By Forrest Carr, RTDNA Contributor
Scan the TV news trade magazines and websites in any given week, and you probably won’t have to go far to find yet another item about yet another TV station issuing a retraction, correction, or apology, usually for having done something really dumb.
The March/April cover of the Columbia Journalism Review poses an interesting question: “Who cares if it’s true?” Author Marc Fisher examines Internet aggregators and repackagers such as BuzzFeed, Thunderdome, and NowThis, the kind of newsrooms that traditionally have churned out a lot of product while doing very little original reporting. A quote from NowThis Editor in Chief Ed O’Keefe summarizes the get-it-out-there-now philosophy: “‘The YouTube generation understands that stories evolve. It's dirty and it's not always right, but it's instantaneous.’” Fisher goes on to make the point that even so, some Web newsrooms of this type are beginning to see the light about the need for accuracy, and are taking such radical steps as hiring copy editors.
The article doesn’t mention TV news, but the implications are interesting. As the Internet takes more and more food off the TV table, the competitive pressure not to get scooped on a story has never been greater. This scenario is quite common: an assignment editor or Web producer sees a hot item come over a Twitter feed—perhaps even the feed of a competing station. Or an assignment editor monitoring the scanners overhears police officers discussing a bombshell story. Or any other number of similar scenarios where an item comes in that isn’t verified, but boy, is it hot. Shouldn’t we get it out there now? We can’t sit on this! Working news directors can attest that all too often, when it comes to our own stations or those of our competitors, the split-second decision becomes, “Get it out there. The facts will sort themselves out later.” After all, if it’s wrong, we can always correct it. Or better yet, as the “facts evolve” we can simply write over the old story with a new one containing updated information, without issuing a formal correction.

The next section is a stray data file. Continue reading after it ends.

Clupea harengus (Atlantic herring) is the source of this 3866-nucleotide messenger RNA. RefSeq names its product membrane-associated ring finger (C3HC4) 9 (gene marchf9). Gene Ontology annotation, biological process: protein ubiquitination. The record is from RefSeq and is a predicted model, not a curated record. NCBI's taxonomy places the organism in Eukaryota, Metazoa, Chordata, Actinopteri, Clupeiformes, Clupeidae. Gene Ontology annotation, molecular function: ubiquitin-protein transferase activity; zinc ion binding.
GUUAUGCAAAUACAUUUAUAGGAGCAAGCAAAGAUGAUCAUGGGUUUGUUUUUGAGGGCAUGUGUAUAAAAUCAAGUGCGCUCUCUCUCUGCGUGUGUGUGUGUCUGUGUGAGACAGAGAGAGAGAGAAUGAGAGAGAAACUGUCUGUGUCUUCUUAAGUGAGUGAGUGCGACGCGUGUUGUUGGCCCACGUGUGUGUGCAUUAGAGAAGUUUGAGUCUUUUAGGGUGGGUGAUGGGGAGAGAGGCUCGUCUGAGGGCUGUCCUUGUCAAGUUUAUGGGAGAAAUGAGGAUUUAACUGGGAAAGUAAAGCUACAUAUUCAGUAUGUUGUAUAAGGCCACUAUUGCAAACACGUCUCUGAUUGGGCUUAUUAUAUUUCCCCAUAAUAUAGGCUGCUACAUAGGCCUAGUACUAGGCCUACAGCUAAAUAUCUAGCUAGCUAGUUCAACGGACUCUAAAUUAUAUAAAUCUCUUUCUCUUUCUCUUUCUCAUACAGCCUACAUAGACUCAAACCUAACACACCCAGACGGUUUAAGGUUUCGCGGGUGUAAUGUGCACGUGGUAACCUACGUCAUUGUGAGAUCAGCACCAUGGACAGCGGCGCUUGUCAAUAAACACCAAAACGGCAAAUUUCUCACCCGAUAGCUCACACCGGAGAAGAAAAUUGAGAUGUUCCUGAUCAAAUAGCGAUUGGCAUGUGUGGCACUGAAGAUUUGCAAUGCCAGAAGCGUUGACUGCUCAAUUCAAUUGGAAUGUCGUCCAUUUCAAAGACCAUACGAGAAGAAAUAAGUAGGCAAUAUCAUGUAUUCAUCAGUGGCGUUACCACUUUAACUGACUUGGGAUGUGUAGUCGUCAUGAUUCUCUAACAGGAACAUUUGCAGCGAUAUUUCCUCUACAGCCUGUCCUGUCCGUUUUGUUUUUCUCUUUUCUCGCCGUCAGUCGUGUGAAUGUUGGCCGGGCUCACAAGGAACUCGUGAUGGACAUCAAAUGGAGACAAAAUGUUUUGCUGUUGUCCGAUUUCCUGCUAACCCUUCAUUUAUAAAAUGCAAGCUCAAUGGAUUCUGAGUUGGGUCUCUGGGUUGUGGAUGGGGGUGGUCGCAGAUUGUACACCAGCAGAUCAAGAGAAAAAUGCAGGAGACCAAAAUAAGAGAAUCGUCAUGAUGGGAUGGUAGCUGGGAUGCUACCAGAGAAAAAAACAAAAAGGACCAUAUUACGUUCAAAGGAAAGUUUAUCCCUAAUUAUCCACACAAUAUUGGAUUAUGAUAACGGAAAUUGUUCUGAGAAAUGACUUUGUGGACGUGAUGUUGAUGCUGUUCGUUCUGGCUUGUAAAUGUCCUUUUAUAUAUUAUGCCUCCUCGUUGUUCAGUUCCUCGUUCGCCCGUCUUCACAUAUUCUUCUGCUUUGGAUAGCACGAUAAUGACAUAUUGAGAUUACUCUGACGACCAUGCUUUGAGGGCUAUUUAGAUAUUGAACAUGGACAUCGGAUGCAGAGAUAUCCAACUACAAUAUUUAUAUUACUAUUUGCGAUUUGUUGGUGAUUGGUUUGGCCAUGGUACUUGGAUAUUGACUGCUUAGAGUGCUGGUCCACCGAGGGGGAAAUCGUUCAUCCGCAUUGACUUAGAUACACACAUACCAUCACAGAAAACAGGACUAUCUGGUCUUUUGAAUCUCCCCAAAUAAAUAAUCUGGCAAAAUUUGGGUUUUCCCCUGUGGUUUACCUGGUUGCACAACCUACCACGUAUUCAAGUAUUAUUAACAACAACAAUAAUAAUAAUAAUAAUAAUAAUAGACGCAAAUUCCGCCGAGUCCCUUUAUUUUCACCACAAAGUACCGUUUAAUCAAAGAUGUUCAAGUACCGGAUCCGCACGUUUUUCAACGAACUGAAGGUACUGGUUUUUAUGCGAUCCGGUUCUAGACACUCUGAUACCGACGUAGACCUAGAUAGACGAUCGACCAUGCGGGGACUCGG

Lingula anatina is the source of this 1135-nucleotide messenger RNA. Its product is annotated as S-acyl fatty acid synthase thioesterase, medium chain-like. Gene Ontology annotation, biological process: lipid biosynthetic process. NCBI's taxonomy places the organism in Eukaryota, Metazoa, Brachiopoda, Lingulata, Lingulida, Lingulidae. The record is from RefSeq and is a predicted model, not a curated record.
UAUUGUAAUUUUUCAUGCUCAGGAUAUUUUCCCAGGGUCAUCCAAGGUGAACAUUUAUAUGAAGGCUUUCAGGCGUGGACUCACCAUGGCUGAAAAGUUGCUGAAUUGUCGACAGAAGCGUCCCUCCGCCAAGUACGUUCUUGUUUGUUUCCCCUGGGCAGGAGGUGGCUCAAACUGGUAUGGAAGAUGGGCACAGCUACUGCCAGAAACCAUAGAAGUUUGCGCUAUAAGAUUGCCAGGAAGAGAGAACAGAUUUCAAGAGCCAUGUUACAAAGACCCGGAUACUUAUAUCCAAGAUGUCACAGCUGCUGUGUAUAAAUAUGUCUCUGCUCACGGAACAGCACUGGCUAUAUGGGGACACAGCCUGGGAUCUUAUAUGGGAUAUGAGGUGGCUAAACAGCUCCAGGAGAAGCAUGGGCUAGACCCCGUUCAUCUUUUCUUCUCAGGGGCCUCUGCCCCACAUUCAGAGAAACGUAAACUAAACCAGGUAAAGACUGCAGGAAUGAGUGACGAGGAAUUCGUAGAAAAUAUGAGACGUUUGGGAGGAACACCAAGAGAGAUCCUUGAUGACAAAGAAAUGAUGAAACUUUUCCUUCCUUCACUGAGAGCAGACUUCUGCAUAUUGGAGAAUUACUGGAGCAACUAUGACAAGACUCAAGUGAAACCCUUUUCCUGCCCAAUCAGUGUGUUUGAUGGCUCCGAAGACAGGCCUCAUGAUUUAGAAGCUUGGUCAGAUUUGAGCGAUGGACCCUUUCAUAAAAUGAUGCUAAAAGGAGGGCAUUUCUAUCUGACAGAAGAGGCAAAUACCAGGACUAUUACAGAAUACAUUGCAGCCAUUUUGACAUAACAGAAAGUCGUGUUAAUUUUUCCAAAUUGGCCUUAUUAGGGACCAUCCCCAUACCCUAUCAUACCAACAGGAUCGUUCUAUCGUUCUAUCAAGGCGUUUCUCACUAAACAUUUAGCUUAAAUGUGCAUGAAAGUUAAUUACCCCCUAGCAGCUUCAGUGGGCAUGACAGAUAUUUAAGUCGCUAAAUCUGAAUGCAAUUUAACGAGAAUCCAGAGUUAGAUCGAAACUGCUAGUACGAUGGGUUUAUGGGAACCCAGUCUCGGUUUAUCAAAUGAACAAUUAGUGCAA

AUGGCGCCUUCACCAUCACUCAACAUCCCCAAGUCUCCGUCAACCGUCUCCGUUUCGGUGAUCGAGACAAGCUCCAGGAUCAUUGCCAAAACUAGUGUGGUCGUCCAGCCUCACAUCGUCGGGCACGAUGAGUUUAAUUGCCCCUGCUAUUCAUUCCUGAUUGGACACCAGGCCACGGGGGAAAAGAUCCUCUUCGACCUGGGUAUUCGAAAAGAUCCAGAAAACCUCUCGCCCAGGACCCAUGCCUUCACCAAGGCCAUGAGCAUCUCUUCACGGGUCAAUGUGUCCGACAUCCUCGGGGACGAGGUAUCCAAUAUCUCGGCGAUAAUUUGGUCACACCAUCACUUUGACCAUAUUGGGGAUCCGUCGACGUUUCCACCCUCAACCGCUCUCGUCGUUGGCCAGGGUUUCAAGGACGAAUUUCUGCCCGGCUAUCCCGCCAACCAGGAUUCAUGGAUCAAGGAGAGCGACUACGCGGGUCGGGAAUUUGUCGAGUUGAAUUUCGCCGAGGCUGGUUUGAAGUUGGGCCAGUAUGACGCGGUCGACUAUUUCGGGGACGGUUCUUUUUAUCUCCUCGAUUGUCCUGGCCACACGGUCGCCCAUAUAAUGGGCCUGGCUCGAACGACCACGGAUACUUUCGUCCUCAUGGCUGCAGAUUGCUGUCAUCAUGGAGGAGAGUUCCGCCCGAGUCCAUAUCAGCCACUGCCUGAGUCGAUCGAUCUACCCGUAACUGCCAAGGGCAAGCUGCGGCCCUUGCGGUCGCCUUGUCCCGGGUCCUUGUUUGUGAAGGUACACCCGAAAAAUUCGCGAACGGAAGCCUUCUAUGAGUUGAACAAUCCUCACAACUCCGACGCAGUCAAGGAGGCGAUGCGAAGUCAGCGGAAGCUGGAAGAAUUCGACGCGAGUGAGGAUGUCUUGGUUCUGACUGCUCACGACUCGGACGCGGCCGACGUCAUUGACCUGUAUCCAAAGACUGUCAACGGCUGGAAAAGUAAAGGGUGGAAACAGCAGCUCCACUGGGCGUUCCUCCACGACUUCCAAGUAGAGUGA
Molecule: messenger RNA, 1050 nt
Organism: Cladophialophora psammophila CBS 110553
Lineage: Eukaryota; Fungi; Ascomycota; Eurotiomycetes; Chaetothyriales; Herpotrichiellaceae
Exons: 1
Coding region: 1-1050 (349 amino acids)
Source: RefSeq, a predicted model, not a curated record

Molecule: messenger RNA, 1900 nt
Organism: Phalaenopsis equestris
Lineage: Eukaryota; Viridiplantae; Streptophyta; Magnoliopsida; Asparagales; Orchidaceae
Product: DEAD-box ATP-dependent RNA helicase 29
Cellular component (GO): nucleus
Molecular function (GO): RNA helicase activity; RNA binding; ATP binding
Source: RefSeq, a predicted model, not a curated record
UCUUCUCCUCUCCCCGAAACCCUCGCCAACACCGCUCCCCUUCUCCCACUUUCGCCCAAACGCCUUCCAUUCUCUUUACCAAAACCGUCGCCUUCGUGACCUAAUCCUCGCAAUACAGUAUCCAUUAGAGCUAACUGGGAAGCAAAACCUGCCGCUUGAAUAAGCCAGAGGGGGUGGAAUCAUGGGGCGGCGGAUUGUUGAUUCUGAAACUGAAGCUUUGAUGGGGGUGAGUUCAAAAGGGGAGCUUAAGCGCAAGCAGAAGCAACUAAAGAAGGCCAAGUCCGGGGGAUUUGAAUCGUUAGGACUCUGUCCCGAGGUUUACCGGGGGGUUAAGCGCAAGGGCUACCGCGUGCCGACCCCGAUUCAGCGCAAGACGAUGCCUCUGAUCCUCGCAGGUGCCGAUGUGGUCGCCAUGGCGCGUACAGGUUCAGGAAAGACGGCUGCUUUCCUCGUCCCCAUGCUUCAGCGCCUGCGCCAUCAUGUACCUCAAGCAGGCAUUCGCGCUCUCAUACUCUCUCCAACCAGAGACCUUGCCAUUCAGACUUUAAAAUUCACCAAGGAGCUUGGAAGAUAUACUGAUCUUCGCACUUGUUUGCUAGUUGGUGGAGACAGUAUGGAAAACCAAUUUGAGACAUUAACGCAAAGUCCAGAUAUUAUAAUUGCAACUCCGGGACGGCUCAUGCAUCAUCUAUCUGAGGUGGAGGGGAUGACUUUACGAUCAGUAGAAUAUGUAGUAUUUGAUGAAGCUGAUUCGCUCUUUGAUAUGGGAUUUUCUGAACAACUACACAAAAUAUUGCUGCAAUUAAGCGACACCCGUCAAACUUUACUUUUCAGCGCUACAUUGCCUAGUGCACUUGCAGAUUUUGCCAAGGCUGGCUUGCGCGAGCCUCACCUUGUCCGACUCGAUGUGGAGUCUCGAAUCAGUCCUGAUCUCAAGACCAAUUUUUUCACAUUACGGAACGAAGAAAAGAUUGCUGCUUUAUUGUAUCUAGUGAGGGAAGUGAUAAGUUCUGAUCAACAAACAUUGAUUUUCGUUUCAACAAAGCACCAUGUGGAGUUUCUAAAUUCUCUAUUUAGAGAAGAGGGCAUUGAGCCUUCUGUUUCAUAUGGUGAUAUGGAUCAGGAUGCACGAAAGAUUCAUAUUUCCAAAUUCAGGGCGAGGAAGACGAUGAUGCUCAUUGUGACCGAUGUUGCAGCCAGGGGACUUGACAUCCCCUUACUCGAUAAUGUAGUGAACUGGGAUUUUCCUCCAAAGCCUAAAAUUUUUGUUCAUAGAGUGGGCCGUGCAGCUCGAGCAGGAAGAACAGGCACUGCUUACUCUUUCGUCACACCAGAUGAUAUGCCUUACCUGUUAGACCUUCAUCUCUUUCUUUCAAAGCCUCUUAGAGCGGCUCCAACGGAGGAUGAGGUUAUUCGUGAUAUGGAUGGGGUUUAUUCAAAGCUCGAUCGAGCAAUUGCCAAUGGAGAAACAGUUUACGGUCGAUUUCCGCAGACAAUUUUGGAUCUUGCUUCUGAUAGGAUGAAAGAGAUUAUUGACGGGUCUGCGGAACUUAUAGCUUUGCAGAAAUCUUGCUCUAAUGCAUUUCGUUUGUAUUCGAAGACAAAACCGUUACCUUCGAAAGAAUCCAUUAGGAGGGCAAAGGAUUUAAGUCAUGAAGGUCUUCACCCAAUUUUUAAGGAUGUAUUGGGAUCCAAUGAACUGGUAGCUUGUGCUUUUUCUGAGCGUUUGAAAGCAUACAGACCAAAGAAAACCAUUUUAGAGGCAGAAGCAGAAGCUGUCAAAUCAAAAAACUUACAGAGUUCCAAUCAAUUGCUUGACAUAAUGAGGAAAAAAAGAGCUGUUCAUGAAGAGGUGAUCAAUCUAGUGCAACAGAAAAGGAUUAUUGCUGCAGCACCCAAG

One vocal segment of our own customer base reinforces this way of thinking. A TV newsroom that’s obviously tardy with a big, breaking development may find viewers plastering the station’s Facebook page with complaints or even vicious insults. Viewers may call the desk demanding to know what’s “wrong” with the station’s newsgathering efforts. And to compound it all, those early unconfirmed tips often do turn out to be true. A station that holds back and demands verification while a competitor forges fearlessly ahead runs the risk of looking only late, not accurate.
So is the “I’d rather be first with the truth than first with a mistake” news director destined to go the way of the dinosaur? In today’s 21st century media landscape, do viewers even care about accuracy anymore?
“Absolutely,” says Julie Kraft, senior consultant for Frank Magid and Associates. No one knows what viewers really think about TV news better than consultants, who constantly measure consumer attitudes, and Magid is an icon in the business. “They do still really, truly value it,” she says. “It's very important to viewers.” Kraft says accuracy consistently scores near the top of the list of items that news viewers value and demand.